Michael Jackson set for final journey
Hundreds of millions of fans around the world were preparing to bid a poignant farewell to Michael Jackson, as Los Angeles went into lockdown ahead of a star-studded memorial service. See Specialworld Updated: Jul 07, 2009 17:02 IST
Hundreds of millions of fans around the world were preparing to bid a poignant farewell to Michael Jackson on Monday, as Los Angeles went into lockdown ahead of a star-studded memorial service.
Nearly two weeks after the death of the tragic "King of Pop," America is expected to grind to a standstill early on Tuesday as the tortured music superstar is finally laid to rest.
Jackson's family and close friends are to attend a private funeral service for the iconic singer at 8:00 am (1500 GMT) at the picturesque Forest Lawn mortuary nestled in the Hollywood Hills above Los Angeles.
From there, attention will turn to a memorial being held at the 20,000-capacity Staples Center sports arena in the city's downtown.
A staggering 1.6 million people applied to win free tickets for the event allocated via an online lottery over the weekend.
Precise details of the service have been kept under wraps but organizers confirmed on Monday that Stevie Wonder, Mariah Carey and Oscar-winner Jennifer Hudson are just a few of the stars due to participate.
An additional 1,400 police officers will be on duty to provide security, while city blocks surrounding the venue have been sealed off.
Organizers of the memorial, which gets underway at 10:00am (1700 GMT), have appealed to ticketless fans to watch the event on television, fearing chaos if hundreds of thousands take to the streets to mourn.
A live feed of the service is being made available free to television networks, while the event will also be streamed via social networking websites Facebook and MySpace, officials said.
Jackson's mysterious death from an apparent cardiac arrest at the age of 50 on June 25 sent shockwaves rippling around the world, triggering a global avalanche of tributes and grief.
Thousands of fans have continued to flock daily to Jackson's star on Hollywood's "Walk of Fame" in Los Angeles, and a makeshift shrine of flowers, cards and toys has swamped the gates of the singer's Neverland Ranch.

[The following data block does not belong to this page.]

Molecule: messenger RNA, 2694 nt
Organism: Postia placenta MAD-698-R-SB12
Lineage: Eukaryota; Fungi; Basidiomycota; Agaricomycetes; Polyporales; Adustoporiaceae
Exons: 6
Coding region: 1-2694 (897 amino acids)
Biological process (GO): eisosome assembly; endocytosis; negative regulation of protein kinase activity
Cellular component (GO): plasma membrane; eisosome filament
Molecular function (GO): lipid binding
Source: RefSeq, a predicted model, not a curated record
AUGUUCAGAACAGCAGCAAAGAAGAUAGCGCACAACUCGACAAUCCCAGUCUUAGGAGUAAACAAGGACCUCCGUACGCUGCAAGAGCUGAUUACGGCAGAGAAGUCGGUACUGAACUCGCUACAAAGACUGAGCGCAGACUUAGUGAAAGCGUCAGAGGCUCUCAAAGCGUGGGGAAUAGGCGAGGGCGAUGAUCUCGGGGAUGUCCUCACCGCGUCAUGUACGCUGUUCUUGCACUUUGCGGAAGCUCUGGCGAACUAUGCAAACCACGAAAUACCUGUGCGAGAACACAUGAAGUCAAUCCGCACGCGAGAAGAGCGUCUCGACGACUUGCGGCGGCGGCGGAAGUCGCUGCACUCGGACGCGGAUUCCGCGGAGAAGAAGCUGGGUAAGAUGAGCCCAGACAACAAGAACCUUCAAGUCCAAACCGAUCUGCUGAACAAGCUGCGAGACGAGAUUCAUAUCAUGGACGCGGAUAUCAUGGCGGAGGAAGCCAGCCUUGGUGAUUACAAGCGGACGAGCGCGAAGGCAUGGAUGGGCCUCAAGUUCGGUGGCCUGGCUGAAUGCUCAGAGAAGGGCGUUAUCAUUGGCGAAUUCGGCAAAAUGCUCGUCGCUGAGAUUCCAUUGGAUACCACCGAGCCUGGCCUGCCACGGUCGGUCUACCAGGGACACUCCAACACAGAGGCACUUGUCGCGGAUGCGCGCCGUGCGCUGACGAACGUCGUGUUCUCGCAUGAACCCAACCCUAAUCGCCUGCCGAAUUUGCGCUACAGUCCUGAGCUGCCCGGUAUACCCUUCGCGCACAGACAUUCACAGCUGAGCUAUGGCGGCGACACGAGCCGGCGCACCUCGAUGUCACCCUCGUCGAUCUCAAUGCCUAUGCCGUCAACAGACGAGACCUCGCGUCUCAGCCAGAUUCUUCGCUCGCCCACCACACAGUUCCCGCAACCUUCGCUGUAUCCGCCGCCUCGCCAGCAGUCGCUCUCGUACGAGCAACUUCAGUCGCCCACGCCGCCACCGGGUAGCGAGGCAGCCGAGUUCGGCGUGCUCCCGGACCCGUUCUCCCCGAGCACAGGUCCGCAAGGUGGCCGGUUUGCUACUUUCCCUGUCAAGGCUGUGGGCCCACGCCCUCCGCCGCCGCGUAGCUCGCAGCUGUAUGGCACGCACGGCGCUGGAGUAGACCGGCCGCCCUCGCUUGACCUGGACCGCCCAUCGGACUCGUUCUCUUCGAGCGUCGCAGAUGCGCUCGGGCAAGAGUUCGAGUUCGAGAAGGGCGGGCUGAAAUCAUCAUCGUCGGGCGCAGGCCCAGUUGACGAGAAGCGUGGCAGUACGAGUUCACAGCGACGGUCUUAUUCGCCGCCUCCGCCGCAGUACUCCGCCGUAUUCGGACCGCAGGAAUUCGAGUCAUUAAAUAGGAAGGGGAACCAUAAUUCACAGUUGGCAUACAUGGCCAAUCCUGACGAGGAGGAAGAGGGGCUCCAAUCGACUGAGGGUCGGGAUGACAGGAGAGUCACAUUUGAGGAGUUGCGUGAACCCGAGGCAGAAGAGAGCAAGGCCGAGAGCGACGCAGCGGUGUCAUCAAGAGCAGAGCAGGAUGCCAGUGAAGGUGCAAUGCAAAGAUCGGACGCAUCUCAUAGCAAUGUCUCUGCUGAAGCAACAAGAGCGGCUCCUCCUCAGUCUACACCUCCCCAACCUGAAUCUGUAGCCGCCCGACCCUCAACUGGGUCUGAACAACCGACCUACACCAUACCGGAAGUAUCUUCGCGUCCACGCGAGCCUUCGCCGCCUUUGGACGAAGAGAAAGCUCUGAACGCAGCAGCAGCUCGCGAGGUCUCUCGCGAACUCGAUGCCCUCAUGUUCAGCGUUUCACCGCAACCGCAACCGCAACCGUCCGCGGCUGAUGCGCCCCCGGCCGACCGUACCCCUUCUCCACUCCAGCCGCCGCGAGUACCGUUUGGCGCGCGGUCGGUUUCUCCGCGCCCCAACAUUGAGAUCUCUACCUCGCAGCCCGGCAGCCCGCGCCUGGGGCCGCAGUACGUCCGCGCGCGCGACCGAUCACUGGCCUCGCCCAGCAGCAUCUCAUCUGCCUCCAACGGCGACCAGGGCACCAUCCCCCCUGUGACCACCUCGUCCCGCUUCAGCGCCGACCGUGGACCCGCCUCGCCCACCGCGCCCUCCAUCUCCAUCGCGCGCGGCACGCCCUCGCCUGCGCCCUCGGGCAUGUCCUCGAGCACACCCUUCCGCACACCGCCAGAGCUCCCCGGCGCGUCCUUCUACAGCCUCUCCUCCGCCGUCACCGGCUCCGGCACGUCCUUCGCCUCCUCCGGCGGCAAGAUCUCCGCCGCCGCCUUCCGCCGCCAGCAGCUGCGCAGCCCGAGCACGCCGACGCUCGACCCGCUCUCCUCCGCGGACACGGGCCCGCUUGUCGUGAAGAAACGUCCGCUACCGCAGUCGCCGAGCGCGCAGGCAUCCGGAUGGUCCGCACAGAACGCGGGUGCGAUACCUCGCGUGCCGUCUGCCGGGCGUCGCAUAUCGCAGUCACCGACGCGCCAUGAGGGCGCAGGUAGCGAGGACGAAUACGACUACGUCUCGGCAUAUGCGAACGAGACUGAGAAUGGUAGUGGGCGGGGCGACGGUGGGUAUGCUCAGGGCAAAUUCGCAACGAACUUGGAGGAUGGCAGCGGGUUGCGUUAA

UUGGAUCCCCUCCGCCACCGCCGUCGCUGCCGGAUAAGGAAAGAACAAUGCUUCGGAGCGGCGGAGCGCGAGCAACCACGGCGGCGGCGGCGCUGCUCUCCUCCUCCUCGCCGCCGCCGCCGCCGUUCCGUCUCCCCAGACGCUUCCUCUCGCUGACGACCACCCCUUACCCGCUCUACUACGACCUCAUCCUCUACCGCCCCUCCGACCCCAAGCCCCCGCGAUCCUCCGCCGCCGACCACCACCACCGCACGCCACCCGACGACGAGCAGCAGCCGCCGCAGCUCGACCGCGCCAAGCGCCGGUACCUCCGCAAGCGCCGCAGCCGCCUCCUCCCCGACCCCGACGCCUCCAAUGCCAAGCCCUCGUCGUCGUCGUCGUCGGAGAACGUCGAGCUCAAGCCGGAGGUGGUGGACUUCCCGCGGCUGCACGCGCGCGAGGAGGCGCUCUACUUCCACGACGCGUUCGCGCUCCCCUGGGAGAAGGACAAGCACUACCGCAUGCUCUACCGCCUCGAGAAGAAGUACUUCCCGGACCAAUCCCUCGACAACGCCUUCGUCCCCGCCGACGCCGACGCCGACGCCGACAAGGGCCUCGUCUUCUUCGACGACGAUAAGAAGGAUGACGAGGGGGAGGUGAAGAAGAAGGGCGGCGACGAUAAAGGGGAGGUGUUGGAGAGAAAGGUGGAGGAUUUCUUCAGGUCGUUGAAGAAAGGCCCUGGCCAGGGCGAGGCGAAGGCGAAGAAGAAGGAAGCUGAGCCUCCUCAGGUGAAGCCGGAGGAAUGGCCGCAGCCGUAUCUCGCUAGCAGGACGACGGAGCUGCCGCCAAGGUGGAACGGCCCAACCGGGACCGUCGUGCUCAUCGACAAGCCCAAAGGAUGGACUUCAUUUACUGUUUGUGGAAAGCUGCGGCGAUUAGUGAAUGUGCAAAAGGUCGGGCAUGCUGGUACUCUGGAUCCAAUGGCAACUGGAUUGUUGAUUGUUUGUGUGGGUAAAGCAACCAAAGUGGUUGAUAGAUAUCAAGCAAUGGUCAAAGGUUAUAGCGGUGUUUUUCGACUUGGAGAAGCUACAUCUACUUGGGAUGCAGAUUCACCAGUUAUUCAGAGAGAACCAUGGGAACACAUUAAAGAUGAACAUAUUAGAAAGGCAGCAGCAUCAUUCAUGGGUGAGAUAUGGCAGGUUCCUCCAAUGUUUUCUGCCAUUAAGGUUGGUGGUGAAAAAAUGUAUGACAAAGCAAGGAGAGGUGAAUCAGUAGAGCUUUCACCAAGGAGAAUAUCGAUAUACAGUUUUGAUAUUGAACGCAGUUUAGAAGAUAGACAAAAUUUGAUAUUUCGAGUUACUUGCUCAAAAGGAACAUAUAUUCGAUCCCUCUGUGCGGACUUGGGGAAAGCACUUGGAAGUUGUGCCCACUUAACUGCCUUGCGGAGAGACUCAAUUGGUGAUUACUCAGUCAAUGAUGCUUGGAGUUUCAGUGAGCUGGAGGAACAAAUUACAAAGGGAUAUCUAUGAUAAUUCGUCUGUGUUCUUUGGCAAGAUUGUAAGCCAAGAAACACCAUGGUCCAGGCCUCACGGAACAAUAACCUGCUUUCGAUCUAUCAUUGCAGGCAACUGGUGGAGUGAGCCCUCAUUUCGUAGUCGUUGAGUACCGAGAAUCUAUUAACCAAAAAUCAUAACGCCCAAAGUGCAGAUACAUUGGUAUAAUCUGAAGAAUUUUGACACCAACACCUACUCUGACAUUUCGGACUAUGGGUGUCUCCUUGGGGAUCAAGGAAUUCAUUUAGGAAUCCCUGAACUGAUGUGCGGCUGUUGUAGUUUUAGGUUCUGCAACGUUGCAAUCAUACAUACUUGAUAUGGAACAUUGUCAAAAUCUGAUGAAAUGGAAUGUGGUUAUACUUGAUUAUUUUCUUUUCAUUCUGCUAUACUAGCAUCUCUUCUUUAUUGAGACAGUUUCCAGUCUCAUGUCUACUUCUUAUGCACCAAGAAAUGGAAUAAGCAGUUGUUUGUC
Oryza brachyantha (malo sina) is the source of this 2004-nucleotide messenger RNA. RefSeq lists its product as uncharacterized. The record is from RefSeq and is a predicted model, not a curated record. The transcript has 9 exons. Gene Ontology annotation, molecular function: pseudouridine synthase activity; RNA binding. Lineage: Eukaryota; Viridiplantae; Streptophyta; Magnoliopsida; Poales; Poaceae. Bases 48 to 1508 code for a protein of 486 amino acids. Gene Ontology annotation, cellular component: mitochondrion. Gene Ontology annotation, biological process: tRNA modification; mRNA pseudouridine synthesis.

Jackson sold more than 750 million albums during a glittering four-decade career that was ultimately overshadowed by repeated allegations of child abuse, his startling physical transformation and eccentric behavior.
While all eyes are on Jackson's memorial Tuesday, multiple law enforcement agencies are probing the circumstances of his death.
An autopsy was carried out on Jackson's body the day after his death, but the Los Angeles County Coroner's office has said it will not issue a final cause of death until the results of exhaustive toxicology tests are known in "several weeks."
Police investigators have meanwhile zeroed in on the possible role of drugs in Jackson's death.
Close friends and associates of the star have angrily alleged that Jackson was surrounded by a coterie of medical professionals willing to provide him with potent prescription medication.
US media, citing unidentified law enforcement sources, said investigators found the powerful sedative Propofol, also known as Diprivan, among a "mini-pharmacy" at Jackson's home.
The discovery has raised the stakes in the probe, which widened last week as the Los Angeles Police Department enlisted the support of the federal Drug Enforcement Administration.
Propofol is commonly used in hospitals to induce unconsciousness in patients before major surgery. Healthcare experts say it should never be used at home and should only be administered by trained anesthesiologists.
Police have questioned Jackson's personal physician Conrad Murray but have stressed he is not suspected of criminal wrongdoing.
Lawyers meanwhile are busy untangling the labyrinth of legal issues that have emerged in the aftermath of Jackson's death.
On Monday, a Los Angeles judge replaced Jackson's mother as temporary administrator of his estate with two of the pop icon's business associates, as demanded by a 2002 will.
A hearing to discuss the fate of Jackson's children -- Prince Michael, 12, Paris, 11, and Prince Michael II, 7 -- has been scheduled for July 13.
Jackson's will requested that his 79-year-old mother be appointed guardian, although speculation has built that the star's ex-wife and biological mother of the two eldest children, Debbie Rowe, may lodge a custody bid.